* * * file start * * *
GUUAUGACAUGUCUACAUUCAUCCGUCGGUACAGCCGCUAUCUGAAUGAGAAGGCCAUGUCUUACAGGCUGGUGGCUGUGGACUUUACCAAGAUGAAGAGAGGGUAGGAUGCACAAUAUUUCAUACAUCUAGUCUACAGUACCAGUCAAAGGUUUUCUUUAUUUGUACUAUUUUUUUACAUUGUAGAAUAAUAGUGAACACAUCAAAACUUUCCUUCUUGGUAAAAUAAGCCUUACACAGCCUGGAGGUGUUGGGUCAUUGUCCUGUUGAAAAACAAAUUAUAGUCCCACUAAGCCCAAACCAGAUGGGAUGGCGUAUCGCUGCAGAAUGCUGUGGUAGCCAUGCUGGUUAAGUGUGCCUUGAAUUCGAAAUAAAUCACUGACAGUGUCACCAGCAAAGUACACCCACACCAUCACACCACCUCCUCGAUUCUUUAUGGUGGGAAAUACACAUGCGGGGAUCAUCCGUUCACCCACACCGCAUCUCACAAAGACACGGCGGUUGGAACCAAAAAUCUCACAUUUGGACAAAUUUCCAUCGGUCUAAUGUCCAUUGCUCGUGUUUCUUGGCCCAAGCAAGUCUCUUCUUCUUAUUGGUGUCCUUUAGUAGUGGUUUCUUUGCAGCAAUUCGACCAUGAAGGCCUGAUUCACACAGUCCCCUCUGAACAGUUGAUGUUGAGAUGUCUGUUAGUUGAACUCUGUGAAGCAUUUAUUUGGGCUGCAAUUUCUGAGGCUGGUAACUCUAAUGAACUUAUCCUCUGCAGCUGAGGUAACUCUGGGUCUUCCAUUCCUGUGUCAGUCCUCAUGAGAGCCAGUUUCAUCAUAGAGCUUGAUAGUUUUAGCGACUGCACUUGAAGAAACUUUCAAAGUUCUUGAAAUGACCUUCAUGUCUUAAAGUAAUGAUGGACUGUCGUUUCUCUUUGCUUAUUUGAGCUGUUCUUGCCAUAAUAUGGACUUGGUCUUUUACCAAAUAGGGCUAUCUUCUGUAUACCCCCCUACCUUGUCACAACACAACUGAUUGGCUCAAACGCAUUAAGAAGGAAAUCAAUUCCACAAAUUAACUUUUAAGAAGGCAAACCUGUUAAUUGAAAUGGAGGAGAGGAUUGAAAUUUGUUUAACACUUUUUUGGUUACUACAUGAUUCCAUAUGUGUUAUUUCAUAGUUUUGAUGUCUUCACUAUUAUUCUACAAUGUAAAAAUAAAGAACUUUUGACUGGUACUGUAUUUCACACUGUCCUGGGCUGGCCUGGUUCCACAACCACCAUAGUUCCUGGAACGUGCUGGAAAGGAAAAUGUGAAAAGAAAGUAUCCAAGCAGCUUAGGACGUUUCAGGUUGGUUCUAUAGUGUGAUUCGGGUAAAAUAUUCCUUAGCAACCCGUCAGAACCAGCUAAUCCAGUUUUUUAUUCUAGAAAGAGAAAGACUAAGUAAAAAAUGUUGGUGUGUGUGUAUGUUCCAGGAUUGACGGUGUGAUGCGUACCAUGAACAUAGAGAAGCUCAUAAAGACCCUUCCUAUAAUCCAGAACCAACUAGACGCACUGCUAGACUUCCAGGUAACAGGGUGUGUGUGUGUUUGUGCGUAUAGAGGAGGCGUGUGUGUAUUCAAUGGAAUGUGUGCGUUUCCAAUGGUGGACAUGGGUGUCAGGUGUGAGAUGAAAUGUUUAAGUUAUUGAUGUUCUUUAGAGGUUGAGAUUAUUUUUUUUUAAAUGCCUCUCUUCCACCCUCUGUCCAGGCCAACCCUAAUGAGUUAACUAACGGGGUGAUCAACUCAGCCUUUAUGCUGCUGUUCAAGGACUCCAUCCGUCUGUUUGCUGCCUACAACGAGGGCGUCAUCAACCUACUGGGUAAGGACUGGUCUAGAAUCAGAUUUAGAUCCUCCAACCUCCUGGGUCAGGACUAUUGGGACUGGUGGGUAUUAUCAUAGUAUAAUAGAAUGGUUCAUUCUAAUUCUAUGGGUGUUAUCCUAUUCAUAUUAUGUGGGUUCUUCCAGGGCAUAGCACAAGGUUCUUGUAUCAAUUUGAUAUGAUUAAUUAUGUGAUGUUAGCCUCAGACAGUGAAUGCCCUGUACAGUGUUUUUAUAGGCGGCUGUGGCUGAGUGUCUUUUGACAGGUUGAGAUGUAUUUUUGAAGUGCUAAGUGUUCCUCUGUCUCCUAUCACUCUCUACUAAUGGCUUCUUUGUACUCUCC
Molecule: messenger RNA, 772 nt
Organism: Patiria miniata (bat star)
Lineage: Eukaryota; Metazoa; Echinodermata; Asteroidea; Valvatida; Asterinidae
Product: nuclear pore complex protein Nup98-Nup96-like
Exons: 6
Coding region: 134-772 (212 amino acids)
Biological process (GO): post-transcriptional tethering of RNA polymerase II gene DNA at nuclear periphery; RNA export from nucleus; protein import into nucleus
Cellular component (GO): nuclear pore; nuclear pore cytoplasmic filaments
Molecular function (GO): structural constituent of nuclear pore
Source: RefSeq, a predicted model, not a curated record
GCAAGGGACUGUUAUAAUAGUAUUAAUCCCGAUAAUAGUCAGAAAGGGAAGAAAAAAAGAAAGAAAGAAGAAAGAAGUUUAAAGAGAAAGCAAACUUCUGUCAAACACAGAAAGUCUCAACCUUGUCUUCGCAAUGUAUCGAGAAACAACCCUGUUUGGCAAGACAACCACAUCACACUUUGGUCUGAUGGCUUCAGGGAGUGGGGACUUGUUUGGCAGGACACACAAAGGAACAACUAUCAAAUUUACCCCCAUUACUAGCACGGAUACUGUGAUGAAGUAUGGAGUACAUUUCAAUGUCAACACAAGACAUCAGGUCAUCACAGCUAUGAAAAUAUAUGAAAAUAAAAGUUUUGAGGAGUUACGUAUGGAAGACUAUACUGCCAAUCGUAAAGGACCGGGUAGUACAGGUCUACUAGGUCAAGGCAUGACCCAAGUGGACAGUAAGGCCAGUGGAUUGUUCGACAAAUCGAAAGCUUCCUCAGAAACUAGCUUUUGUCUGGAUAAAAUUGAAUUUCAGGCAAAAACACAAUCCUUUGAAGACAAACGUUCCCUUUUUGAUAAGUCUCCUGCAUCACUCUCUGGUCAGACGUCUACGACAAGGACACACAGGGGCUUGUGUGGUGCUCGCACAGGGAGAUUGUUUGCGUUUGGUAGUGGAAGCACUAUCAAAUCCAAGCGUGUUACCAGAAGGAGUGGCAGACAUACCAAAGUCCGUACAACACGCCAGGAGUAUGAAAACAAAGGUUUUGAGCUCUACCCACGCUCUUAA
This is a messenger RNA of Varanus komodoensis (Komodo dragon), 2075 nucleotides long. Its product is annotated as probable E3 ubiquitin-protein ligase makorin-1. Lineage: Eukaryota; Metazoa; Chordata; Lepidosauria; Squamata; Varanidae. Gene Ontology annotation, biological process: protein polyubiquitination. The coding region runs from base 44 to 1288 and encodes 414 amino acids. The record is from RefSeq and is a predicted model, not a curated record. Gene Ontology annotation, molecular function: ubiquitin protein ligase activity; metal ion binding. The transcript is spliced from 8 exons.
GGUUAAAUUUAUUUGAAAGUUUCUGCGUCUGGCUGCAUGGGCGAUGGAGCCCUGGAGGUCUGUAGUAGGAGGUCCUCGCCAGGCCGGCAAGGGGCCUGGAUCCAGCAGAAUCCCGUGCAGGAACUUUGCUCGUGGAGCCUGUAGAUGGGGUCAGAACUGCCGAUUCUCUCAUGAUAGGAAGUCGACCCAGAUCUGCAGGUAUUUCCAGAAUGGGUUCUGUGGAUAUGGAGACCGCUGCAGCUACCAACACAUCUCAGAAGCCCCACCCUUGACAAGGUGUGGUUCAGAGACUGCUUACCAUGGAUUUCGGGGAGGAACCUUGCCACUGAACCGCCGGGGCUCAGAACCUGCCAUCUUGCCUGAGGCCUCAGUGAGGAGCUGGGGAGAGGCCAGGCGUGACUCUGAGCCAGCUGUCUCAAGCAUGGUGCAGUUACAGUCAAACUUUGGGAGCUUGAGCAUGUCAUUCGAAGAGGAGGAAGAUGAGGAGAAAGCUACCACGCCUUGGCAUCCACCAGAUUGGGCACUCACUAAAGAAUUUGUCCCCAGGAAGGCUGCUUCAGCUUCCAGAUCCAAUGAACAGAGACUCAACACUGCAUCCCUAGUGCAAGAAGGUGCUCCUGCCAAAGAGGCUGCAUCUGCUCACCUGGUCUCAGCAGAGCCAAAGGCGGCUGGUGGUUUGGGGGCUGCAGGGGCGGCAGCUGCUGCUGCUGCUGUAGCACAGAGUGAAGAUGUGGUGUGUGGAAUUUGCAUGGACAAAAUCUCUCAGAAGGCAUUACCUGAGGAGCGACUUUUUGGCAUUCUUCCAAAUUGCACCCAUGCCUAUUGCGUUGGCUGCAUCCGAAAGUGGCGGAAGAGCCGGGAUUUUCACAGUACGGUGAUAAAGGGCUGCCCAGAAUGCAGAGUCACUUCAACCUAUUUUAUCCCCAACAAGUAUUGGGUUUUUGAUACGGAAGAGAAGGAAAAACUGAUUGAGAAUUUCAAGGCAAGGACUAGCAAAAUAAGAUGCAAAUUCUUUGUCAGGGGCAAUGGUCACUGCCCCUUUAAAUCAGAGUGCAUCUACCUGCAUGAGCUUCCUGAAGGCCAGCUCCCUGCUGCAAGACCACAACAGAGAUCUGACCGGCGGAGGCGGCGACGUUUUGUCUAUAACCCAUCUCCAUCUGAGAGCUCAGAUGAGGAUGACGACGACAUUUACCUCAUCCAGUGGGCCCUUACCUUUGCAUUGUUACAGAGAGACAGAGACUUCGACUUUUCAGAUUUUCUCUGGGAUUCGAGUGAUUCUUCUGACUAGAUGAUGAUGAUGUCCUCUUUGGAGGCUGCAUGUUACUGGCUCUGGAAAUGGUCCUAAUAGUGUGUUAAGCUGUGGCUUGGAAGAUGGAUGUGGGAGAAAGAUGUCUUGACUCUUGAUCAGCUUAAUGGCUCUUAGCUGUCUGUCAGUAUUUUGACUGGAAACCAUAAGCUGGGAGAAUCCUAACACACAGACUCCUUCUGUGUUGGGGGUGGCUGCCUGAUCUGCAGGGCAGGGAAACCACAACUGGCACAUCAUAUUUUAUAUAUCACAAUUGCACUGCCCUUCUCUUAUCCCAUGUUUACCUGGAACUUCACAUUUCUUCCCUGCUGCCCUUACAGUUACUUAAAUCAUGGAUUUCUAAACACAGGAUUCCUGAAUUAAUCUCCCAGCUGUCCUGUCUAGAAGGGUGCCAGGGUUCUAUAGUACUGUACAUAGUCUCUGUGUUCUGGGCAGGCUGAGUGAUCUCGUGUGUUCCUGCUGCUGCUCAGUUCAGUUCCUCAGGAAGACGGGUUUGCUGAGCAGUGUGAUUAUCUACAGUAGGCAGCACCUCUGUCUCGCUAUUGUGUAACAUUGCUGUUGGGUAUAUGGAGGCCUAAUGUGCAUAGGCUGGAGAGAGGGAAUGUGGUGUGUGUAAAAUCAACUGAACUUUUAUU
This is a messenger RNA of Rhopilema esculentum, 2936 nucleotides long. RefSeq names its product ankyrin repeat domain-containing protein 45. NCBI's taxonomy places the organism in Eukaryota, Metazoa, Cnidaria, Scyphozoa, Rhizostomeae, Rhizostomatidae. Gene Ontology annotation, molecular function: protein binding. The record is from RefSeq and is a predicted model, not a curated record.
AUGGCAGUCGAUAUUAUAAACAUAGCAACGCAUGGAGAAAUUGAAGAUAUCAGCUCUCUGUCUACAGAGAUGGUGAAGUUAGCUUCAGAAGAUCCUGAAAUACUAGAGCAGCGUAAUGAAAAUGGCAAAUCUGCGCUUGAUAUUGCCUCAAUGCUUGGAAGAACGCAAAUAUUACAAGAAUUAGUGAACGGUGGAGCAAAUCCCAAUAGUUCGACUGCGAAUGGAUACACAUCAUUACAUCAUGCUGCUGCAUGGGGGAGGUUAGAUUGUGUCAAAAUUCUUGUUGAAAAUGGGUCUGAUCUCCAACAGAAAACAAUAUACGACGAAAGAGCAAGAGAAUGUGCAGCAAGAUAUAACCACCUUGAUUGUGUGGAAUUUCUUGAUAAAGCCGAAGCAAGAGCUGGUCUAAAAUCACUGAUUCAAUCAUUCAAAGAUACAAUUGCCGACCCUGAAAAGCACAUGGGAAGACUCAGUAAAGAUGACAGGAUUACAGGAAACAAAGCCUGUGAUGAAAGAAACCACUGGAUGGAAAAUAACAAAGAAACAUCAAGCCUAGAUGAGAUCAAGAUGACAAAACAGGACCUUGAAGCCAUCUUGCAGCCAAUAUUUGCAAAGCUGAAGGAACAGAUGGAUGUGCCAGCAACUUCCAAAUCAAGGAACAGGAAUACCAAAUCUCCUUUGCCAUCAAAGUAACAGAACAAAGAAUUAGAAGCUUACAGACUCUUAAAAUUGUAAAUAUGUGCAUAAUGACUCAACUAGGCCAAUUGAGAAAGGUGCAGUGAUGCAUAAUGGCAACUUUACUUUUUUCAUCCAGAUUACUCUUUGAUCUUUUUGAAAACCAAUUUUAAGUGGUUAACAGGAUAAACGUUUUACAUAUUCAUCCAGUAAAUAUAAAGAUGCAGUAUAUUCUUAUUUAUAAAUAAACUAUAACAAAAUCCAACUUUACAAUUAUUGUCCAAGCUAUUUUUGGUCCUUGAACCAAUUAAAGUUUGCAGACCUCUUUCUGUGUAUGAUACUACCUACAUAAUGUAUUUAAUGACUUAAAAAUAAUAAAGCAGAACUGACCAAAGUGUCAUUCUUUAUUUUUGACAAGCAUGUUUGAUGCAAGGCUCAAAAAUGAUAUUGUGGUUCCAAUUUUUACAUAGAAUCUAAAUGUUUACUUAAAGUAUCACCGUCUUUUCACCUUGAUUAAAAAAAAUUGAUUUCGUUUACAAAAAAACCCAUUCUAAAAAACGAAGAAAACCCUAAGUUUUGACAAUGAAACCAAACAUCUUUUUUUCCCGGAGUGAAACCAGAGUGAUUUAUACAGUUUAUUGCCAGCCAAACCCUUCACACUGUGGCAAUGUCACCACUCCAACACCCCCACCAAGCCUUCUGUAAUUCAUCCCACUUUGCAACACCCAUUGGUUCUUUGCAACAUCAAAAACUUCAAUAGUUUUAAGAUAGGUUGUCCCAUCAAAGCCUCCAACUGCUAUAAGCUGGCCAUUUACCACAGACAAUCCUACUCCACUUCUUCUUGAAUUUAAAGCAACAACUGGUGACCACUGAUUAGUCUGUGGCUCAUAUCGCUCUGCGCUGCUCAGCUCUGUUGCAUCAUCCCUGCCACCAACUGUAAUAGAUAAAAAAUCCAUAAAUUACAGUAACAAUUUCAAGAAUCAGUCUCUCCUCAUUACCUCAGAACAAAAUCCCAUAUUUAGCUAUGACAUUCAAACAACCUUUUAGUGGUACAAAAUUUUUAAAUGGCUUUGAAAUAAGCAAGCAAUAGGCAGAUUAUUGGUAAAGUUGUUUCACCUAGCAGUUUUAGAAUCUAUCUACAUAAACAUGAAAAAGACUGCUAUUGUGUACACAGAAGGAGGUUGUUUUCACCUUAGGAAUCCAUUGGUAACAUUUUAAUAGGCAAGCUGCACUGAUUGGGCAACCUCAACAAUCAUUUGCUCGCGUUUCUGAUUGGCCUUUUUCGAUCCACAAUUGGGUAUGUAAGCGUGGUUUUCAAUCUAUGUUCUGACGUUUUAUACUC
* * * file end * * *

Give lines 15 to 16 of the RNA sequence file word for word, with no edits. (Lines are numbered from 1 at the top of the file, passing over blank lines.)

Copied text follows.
This is a messenger RNA of Rhopilema esculentum, 2936 nucleotides long. RefSeq names its product ankyrin repeat domain-containing protein 45. NCBI's taxonomy places the organism in Eukaryota, Metazoa, Cnidaria, Scyphozoa, Rhizostomeae, Rhizostomatidae. Gene Ontology annotation, molecular function: protein binding. The record is from RefSeq and is a predicted model, not a curated record.
AUGGCAGUCGAUAUUAUAAACAUAGCAACGCAUGGAGAAAUUGAAGAUAUCAGCUCUCUGUCUACAGAGAUGGUGAAGUUAGCUUCAGAAGAUCCUGAAAUACUAGAGCAGCGUAAUGAAAAUGGCAAAUCUGCGCUUGAUAUUGCCUCAAUGCUUGGAAGAACGCAAAUAUUACAAGAAUUAGUGAACGGUGGAGCAAAUCCCAAUAGUUCGACUGCGAAUGGAUACACAUCAUUACAUCAUGCUGCUGCAUGGGGGAGGUUAGAUUGUGUCAAAAUUCUUGUUGAAAAUGGGUCUGAUCUCCAACAGAAAACAAUAUACGACGAAAGAGCAAGAGAAUGUGCAGCAAGAUAUAACCACCUUGAUUGUGUGGAAUUUCUUGAUAAAGCCGAAGCAAGAGCUGGUCUAAAAUCACUGAUUCAAUCAUUCAAAGAUACAAUUGCCGACCCUGAAAAGCACAUGGGAAGACUCAGUAAAGAUGACAGGAUUACAGGAAACAAAGCCUGUGAUGAAAGAAACCACUGGAUGGAAAAUAACAAAGAAACAUCAAGCCUAGAUGAGAUCAAGAUGACAAAACAGGACCUUGAAGCCAUCUUGCAGCCAAUAUUUGCAAAGCUGAAGGAACAGAUGGAUGUGCCAGCAACUUCCAAAUCAAGGAACAGGAAUACCAAAUCUCCUUUGCCAUCAAAGUAACAGAACAAAGAAUUAGAAGCUUACAGACUCUUAAAAUUGUAAAUAUGUGCAUAAUGACUCAACUAGGCCAAUUGAGAAAGGUGCAGUGAUGCAUAAUGGCAACUUUACUUUUUUCAUCCAGAUUACUCUUUGAUCUUUUUGAAAACCAAUUUUAAGUGGUUAACAGGAUAAACGUUUUACAUAUUCAUCCAGUAAAUAUAAAGAUGCAGUAUAUUCUUAUUUAUAAAUAAACUAUAACAAAAUCCAACUUUACAAUUAUUGUCCAAGCUAUUUUUGGUCCUUGAACCAAUUAAAGUUUGCAGACCUCUUUCUGUGUAUGAUACUACCUACAUAAUGUAUUUAAUGACUUAAAAAUAAUAAAGCAGAACUGACCAAAGUGUCAUUCUUUAUUUUUGACAAGCAUGUUUGAUGCAAGGCUCAAAAAUGAUAUUGUGGUUCCAAUUUUUACAUAGAAUCUAAAUGUUUACUUAAAGUAUCACCGUCUUUUCACCUUGAUUAAAAAAAAUUGAUUUCGUUUACAAAAAAACCCAUUCUAAAAAACGAAGAAAACCCUAAGUUUUGACAAUGAAACCAAACAUCUUUUUUUCCCGGAGUGAAACCAGAGUGAUUUAUACAGUUUAUUGCCAGCCAAACCCUUCACACUGUGGCAAUGUCACCACUCCAACACCCCCACCAAGCCUUCUGUAAUUCAUCCCACUUUGCAACACCCAUUGGUUCUUUGCAACAUCAAAAACUUCAAUAGUUUUAAGAUAGGUUGUCCCAUCAAAGCCUCCAACUGCUAUAAGCUGGCCAUUUACCACAGACAAUCCUACUCCACUUCUUCUUGAAUUUAAAGCAACAACUGGUGACCACUGAUUAGUCUGUGGCUCAUAUCGCUCUGCGCUGCUCAGCUCUGUUGCAUCAUCCCUGCCACCAACUGUAAUAGAUAAAAAAUCCAUAAAUUACAGUAACAAUUUCAAGAAUCAGUCUCUCCUCAUUACCUCAGAACAAAAUCCCAUAUUUAGCUAUGACAUUCAAACAACCUUUUAGUGGUACAAAAUUUUUAAAUGGCUUUGAAAUAAGCAAGCAAUAGGCAGAUUAUUGGUAAAGUUGUUUCACCUAGCAGUUUUAGAAUCUAUCUACAUAAACAUGAAAAAGACUGCUAUUGUGUACACAGAAGGAGGUUGUUUUCACCUUAGGAAUCCAUUGGUAACAUUUUAAUAGGCAAGCUGCACUGAUUGGGCAACCUCAACAAUCAUUUGCUCGCGUUUCUGAUUGGCCUUUUUCGAUCCACAAUUGGGUAUGUAAGCGUGGUUUUCAAUCUAUGUUCUGACGUUUUAUACUC